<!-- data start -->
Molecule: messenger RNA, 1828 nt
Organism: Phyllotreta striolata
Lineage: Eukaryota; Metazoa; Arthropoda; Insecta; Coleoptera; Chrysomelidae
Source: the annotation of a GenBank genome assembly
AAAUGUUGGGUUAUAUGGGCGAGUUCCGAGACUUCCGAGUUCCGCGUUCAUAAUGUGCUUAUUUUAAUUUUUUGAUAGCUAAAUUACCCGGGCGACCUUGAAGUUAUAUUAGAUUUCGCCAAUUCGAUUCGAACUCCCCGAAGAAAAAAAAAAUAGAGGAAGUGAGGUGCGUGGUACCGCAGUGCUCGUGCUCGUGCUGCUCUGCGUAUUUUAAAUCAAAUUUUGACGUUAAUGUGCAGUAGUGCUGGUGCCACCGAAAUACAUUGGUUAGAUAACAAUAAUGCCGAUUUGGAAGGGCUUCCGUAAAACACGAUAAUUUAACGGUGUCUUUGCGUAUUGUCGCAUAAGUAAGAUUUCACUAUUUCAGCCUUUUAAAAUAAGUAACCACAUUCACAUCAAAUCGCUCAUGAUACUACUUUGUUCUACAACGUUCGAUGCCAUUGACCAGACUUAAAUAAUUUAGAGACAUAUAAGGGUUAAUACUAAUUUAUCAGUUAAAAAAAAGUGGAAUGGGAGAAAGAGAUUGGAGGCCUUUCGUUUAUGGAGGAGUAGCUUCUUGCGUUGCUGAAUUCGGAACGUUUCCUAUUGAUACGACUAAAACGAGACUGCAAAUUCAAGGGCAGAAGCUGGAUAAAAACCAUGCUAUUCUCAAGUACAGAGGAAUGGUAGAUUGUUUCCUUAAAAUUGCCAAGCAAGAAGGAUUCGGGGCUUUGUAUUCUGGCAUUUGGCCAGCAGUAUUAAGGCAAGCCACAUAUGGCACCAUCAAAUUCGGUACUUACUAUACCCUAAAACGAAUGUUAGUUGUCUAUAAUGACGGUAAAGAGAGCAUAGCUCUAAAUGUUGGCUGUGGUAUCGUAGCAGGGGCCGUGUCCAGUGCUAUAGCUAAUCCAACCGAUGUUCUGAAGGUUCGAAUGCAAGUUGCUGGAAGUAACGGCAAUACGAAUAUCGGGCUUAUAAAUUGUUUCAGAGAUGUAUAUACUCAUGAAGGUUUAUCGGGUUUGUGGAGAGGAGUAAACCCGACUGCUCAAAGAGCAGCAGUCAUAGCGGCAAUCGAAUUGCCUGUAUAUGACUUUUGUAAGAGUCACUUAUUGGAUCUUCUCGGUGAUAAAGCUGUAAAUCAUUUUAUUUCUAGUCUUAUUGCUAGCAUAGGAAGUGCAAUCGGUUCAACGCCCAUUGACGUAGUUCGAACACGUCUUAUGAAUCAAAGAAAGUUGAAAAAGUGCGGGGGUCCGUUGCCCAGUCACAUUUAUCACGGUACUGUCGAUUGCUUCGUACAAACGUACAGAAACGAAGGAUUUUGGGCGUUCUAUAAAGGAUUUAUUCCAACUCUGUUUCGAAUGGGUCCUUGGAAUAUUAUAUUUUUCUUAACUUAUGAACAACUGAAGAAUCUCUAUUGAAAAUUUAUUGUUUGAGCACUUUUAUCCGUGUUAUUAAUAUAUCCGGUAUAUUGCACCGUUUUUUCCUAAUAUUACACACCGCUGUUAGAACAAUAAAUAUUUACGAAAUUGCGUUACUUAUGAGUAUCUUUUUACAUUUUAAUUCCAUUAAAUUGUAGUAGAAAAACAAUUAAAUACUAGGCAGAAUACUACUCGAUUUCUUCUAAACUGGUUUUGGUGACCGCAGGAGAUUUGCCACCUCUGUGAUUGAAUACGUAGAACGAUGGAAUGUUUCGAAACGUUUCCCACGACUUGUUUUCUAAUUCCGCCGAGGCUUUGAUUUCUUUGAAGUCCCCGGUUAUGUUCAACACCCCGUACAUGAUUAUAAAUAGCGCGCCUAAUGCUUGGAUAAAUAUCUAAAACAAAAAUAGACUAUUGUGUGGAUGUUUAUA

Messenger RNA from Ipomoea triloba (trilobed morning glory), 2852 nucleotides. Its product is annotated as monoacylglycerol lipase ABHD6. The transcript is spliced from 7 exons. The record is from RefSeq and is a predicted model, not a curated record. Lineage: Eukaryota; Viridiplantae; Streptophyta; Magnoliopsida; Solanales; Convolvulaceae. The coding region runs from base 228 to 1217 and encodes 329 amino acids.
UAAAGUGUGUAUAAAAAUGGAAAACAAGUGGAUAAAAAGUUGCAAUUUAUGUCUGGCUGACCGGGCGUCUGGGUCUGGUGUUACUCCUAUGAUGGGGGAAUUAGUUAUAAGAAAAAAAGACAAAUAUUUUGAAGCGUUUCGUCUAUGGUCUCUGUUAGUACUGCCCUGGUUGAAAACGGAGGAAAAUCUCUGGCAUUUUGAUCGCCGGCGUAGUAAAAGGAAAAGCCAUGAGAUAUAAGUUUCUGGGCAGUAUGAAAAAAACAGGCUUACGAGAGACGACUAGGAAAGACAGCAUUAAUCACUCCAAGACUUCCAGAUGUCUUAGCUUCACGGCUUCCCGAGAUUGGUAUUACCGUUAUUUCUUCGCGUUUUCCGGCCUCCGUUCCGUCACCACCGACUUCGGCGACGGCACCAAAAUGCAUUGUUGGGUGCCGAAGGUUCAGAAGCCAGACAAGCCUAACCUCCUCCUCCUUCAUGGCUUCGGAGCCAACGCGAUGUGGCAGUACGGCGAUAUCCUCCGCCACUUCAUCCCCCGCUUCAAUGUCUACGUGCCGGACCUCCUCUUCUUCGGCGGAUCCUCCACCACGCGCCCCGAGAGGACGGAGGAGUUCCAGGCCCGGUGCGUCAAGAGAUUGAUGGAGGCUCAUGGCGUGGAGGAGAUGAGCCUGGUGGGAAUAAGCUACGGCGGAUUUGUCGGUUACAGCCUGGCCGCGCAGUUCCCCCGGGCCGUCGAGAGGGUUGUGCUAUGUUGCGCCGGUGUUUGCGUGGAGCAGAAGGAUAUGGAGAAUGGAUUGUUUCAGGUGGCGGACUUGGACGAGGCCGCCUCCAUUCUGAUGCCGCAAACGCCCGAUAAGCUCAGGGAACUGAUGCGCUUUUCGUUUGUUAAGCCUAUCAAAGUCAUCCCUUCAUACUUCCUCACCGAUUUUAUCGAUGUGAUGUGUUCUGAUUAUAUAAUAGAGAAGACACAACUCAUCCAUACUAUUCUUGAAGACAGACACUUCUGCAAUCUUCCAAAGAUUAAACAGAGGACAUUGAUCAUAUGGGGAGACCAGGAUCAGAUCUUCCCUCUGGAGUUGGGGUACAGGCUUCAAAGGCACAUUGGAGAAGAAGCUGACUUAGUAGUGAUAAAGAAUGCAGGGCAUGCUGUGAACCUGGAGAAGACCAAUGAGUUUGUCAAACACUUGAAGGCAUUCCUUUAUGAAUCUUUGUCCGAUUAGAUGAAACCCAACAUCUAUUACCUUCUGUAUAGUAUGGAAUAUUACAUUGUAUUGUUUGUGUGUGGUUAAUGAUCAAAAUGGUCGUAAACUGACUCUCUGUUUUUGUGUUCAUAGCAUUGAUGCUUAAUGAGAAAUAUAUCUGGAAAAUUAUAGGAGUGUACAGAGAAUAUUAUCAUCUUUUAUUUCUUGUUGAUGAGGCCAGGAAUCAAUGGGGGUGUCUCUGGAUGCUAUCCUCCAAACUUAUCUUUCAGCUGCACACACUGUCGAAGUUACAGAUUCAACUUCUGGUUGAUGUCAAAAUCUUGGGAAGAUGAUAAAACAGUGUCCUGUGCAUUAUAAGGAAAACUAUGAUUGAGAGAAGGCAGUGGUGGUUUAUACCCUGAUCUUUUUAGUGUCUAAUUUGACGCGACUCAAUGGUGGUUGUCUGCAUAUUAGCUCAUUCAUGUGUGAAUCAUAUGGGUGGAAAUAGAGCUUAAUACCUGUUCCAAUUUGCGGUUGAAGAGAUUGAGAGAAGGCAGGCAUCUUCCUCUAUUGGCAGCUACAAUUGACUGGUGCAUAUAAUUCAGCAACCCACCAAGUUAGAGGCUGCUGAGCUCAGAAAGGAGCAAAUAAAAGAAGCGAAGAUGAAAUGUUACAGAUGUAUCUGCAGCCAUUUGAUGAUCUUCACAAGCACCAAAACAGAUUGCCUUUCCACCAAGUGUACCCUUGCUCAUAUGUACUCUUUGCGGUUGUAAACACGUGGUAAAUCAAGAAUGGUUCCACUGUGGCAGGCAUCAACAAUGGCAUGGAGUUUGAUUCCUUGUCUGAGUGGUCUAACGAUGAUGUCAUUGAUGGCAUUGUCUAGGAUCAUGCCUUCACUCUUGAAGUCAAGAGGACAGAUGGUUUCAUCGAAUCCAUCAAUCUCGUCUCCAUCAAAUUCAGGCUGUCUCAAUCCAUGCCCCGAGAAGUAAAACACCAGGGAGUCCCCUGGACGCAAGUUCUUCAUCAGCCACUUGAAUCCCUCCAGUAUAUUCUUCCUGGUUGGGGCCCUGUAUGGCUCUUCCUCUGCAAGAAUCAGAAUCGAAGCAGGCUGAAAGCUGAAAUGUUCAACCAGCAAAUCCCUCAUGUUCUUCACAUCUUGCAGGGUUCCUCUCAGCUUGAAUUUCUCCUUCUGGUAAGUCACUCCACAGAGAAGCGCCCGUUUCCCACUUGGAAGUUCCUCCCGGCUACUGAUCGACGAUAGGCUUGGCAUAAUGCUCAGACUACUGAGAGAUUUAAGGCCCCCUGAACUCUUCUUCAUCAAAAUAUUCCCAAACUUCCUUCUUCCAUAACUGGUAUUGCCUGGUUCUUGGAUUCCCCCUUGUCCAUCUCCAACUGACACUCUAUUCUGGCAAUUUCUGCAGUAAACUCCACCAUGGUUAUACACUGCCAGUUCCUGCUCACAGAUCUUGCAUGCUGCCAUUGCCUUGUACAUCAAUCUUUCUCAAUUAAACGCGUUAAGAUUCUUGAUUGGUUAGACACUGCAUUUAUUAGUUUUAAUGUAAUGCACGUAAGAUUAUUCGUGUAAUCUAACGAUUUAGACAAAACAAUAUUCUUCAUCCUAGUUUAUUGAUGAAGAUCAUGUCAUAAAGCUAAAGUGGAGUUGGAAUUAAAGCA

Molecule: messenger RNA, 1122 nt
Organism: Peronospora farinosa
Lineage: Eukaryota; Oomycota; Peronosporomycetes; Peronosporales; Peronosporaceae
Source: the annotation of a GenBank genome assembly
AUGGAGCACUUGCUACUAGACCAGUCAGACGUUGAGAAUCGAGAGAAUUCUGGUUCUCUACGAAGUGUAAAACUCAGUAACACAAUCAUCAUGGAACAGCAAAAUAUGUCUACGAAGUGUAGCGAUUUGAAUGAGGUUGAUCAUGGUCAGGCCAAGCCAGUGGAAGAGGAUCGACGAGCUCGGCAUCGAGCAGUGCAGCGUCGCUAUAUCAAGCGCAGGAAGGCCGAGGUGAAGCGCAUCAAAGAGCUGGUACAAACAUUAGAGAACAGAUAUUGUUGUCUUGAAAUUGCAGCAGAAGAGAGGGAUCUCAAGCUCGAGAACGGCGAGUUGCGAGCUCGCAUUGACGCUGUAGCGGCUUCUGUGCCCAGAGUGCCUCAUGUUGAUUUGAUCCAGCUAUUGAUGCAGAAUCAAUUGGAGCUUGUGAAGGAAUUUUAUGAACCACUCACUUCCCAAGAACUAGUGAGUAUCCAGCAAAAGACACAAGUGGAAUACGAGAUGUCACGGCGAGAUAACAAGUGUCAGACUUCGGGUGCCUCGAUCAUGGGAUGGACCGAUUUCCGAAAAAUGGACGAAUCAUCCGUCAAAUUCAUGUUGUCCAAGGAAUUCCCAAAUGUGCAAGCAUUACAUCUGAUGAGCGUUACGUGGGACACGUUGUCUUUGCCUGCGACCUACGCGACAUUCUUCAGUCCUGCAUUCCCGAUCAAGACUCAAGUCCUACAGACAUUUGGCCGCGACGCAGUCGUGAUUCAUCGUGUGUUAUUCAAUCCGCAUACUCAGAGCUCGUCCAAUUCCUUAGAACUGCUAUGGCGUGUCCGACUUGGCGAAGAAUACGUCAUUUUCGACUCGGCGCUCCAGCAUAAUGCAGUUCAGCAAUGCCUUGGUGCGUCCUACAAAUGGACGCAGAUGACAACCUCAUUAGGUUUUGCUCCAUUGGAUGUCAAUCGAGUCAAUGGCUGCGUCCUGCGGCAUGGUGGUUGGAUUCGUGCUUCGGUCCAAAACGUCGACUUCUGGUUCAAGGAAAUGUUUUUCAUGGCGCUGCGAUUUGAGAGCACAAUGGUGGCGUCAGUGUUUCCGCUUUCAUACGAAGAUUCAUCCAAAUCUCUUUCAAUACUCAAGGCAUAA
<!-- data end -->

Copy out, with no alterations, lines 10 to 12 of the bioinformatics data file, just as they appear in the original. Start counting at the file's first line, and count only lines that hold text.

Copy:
Lineage: Eukaryota; Oomycota; Peronosporomycetes; Peronosporales; Peronosporaceae
Source: the annotation of a GenBank genome assembly
AUGGAGCACUUGCUACUAGACCAGUCAGACGUUGAGAAUCGAGAGAAUUCUGGUUCUCUACGAAGUGUAAAACUCAGUAACACAAUCAUCAUGGAACAGCAAAAUAUGUCUACGAAGUGUAGCGAUUUGAAUGAGGUUGAUCAUGGUCAGGCCAAGCCAGUGGAAGAGGAUCGACGAGCUCGGCAUCGAGCAGUGCAGCGUCGCUAUAUCAAGCGCAGGAAGGCCGAGGUGAAGCGCAUCAAAGAGCUGGUACAAACAUUAGAGAACAGAUAUUGUUGUCUUGAAAUUGCAGCAGAAGAGAGGGAUCUCAAGCUCGAGAACGGCGAGUUGCGAGCUCGCAUUGACGCUGUAGCGGCUUCUGUGCCCAGAGUGCCUCAUGUUGAUUUGAUCCAGCUAUUGAUGCAGAAUCAAUUGGAGCUUGUGAAGGAAUUUUAUGAACCACUCACUUCCCAAGAACUAGUGAGUAUCCAGCAAAAGACACAAGUGGAAUACGAGAUGUCACGGCGAGAUAACAAGUGUCAGACUUCGGGUGCCUCGAUCAUGGGAUGGACCGAUUUCCGAAAAAUGGACGAAUCAUCCGUCAAAUUCAUGUUGUCCAAGGAAUUCCCAAAUGUGCAAGCAUUACAUCUGAUGAGCGUUACGUGGGACACGUUGUCUUUGCCUGCGACCUACGCGACAUUCUUCAGUCCUGCAUUCCCGAUCAAGACUCAAGUCCUACAGACAUUUGGCCGCGACGCAGUCGUGAUUCAUCGUGUGUUAUUCAAUCCGCAUACUCAGAGCUCGUCCAAUUCCUUAGAACUGCUAUGGCGUGUCCGACUUGGCGAAGAAUACGUCAUUUUCGACUCGGCGCUCCAGCAUAAUGCAGUUCAGCAAUGCCUUGGUGCGUCCUACAAAUGGACGCAGAUGACAACCUCAUUAGGUUUUGCUCCAUUGGAUGUCAAUCGAGUCAAUGGCUGCGUCCUGCGGCAUGGUGGUUGGAUUCGUGCUUCGGUCCAAAACGUCGACUUCUGGUUCAAGGAAAUGUUUUUCAUGGCGCUGCGAUUUGAGAGCACAAUGGUGGCGUCAGUGUUUCCGCUUUCAUACGAAGAUUCAUCCAAAUCUCUUUCAAUACUCAAGGCAUAA